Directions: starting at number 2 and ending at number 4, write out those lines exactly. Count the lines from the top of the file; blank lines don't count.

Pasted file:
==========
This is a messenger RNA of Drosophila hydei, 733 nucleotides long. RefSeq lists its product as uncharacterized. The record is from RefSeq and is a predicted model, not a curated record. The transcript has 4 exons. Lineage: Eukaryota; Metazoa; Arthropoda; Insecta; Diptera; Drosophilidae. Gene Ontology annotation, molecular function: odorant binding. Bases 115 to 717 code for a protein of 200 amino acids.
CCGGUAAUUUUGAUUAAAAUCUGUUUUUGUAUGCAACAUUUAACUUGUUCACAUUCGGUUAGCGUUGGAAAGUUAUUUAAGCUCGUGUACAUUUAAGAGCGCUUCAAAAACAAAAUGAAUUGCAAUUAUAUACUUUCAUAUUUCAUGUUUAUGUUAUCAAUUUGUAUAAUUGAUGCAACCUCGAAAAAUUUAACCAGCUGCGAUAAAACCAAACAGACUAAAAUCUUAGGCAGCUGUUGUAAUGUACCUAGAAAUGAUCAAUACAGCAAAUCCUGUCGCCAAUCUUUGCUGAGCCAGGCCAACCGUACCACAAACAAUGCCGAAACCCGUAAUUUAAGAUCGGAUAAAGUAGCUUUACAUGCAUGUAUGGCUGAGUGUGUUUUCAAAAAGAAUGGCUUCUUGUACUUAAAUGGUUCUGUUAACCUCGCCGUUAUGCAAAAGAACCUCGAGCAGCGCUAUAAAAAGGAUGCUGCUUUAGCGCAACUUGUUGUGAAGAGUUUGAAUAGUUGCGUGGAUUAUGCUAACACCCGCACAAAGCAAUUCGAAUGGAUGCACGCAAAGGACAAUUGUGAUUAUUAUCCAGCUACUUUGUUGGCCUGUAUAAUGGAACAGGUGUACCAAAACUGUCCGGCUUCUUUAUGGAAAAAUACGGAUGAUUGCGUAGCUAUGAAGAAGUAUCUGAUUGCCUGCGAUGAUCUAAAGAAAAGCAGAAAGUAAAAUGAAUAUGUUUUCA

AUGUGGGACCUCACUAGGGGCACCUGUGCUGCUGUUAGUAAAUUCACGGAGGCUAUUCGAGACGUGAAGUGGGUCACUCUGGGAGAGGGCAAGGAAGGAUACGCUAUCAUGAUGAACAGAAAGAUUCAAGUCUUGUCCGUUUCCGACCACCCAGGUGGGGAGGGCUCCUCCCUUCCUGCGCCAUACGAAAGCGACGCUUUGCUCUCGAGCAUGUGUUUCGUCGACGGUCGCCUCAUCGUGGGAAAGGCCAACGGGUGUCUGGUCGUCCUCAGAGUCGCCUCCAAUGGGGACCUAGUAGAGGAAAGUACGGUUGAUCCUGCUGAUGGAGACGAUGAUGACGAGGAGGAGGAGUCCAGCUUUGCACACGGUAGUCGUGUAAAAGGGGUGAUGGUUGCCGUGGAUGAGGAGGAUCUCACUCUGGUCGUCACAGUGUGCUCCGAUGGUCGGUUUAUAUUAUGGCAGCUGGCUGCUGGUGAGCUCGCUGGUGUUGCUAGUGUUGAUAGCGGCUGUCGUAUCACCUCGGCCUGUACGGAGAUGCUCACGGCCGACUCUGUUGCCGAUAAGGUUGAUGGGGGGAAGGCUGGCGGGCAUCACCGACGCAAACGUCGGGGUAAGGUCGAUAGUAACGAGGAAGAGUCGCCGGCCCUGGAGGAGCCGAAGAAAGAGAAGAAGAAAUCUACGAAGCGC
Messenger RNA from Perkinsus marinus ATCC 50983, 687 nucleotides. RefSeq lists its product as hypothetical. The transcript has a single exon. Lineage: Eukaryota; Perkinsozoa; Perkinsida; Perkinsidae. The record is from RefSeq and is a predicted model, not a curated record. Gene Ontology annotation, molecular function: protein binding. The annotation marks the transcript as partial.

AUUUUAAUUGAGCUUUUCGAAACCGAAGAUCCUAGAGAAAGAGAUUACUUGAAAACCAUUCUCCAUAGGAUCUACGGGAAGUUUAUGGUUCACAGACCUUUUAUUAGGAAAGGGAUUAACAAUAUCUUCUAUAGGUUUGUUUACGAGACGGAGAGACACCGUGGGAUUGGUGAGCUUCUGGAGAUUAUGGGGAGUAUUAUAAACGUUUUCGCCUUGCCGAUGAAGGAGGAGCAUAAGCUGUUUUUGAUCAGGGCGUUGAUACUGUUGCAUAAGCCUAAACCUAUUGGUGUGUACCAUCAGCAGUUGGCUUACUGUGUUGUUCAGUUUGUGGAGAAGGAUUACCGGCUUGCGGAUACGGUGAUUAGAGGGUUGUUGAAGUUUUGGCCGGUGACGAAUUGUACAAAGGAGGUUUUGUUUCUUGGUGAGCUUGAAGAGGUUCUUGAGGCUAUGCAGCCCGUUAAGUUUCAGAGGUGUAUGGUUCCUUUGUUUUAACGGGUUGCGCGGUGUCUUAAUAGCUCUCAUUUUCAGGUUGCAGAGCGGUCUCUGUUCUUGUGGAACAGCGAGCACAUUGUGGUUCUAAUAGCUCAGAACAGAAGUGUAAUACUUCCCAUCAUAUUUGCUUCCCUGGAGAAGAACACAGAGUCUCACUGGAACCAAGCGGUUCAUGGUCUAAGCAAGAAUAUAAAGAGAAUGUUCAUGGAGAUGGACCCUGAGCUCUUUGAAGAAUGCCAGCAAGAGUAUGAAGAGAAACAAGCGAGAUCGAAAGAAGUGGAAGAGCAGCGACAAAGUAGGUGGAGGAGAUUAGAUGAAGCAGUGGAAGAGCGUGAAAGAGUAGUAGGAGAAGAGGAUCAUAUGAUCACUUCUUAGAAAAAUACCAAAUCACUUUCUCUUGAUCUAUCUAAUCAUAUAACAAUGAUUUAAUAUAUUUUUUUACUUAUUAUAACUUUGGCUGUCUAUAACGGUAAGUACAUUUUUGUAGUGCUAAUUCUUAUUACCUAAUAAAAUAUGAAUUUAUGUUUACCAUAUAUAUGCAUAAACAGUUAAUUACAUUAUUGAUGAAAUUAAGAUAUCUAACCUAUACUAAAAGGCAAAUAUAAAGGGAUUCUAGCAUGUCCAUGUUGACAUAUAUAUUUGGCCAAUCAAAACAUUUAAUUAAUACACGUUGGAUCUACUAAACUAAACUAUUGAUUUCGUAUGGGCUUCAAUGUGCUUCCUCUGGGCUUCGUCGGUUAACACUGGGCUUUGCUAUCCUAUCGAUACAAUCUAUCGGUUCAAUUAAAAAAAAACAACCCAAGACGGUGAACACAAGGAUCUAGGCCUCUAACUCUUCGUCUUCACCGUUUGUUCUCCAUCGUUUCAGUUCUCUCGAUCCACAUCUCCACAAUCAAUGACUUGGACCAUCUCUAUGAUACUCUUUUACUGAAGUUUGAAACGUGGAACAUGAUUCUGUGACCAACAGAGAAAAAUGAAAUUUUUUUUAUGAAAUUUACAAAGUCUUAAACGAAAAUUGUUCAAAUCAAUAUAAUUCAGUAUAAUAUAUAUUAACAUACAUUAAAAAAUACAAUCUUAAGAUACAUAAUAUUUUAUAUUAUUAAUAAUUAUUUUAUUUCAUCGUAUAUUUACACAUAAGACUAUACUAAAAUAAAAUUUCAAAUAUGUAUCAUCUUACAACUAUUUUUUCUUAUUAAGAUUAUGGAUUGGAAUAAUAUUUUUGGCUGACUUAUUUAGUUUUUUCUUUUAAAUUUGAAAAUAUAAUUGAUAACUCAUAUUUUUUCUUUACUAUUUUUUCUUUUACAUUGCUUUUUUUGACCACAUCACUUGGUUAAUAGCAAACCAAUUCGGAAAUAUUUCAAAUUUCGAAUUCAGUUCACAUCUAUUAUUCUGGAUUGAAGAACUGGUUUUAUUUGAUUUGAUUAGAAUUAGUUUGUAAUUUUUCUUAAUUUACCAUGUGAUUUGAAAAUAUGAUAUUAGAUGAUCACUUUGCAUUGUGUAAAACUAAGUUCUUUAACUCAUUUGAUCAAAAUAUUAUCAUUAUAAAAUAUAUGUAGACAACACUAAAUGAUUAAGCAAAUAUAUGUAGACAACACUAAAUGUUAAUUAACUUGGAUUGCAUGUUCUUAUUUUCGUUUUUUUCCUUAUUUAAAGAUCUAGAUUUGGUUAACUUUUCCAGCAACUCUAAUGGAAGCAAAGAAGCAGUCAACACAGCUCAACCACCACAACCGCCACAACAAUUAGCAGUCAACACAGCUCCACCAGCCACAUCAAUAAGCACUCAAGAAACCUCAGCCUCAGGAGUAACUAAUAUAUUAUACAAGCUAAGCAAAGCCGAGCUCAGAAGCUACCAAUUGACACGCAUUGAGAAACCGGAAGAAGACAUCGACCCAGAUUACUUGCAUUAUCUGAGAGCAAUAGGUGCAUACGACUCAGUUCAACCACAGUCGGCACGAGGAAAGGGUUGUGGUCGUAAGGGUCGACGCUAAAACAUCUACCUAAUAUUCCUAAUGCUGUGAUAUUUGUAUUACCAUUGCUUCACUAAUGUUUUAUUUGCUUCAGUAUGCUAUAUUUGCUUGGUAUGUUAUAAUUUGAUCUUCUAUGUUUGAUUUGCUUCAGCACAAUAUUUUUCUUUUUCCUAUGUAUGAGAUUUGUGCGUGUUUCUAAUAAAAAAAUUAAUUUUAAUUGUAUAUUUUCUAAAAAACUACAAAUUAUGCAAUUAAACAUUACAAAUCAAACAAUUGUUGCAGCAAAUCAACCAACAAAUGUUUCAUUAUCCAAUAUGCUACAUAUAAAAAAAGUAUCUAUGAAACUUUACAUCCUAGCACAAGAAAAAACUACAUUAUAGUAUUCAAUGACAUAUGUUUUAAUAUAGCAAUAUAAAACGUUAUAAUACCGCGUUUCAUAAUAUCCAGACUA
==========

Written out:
CCGGUAAUUUUGAUUAAAAUCUGUUUUUGUAUGCAACAUUUAACUUGUUCACAUUCGGUUAGCGUUGGAAAGUUAUUUAAGCUCGUGUACAUUUAAGAGCGCUUCAAAAACAAAAUGAAUUGCAAUUAUAUACUUUCAUAUUUCAUGUUUAUGUUAUCAAUUUGUAUAAUUGAUGCAACCUCGAAAAAUUUAACCAGCUGCGAUAAAACCAAACAGACUAAAAUCUUAGGCAGCUGUUGUAAUGUACCUAGAAAUGAUCAAUACAGCAAAUCCUGUCGCCAAUCUUUGCUGAGCCAGGCCAACCGUACCACAAACAAUGCCGAAACCCGUAAUUUAAGAUCGGAUAAAGUAGCUUUACAUGCAUGUAUGGCUGAGUGUGUUUUCAAAAAGAAUGGCUUCUUGUACUUAAAUGGUUCUGUUAACCUCGCCGUUAUGCAAAAGAACCUCGAGCAGCGCUAUAAAAAGGAUGCUGCUUUAGCGCAACUUGUUGUGAAGAGUUUGAAUAGUUGCGUGGAUUAUGCUAACACCCGCACAAAGCAAUUCGAAUGGAUGCACGCAAAGGACAAUUGUGAUUAUUAUCCAGCUACUUUGUUGGCCUGUAUAAUGGAACAGGUGUACCAAAACUGUCCGGCUUCUUUAUGGAAAAAUACGGAUGAUUGCGUAGCUAUGAAGAAGUAUCUGAUUGCCUGCGAUGAUCUAAAGAAAAGCAGAAAGUAAAAUGAAUAUGUUUUCA

AUGUGGGACCUCACUAGGGGCACCUGUGCUGCUGUUAGUAAAUUCACGGAGGCUAUUCGAGACGUGAAGUGGGUCACUCUGGGAGAGGGCAAGGAAGGAUACGCUAUCAUGAUGAACAGAAAGAUUCAAGUCUUGUCCGUUUCCGACCACCCAGGUGGGGAGGGCUCCUCCCUUCCUGCGCCAUACGAAAGCGACGCUUUGCUCUCGAGCAUGUGUUUCGUCGACGGUCGCCUCAUCGUGGGAAAGGCCAACGGGUGUCUGGUCGUCCUCAGAGUCGCCUCCAAUGGGGACCUAGUAGAGGAAAGUACGGUUGAUCCUGCUGAUGGAGACGAUGAUGACGAGGAGGAGGAGUCCAGCUUUGCACACGGUAGUCGUGUAAAAGGGGUGAUGGUUGCCGUGGAUGAGGAGGAUCUCACUCUGGUCGUCACAGUGUGCUCCGAUGGUCGGUUUAUAUUAUGGCAGCUGGCUGCUGGUGAGCUCGCUGGUGUUGCUAGUGUUGAUAGCGGCUGUCGUAUCACCUCGGCCUGUACGGAGAUGCUCACGGCCGACUCUGUUGCCGAUAAGGUUGAUGGGGGGAAGGCUGGCGGGCAUCACCGACGCAAACGUCGGGGUAAGGUCGAUAGUAACGAGGAAGAGUCGCCGGCCCUGGAGGAGCCGAAGAAAGAGAAGAAGAAAUCUACGAAGCGC
Messenger RNA from Perkinsus marinus ATCC 50983, 687 nucleotides. RefSeq lists its product as hypothetical. The transcript has a single exon. Lineage: Eukaryota; Perkinsozoa; Perkinsida; Perkinsidae. The record is from RefSeq and is a predicted model, not a curated record. Gene Ontology annotation, molecular function: protein binding. The annotation marks the transcript as partial.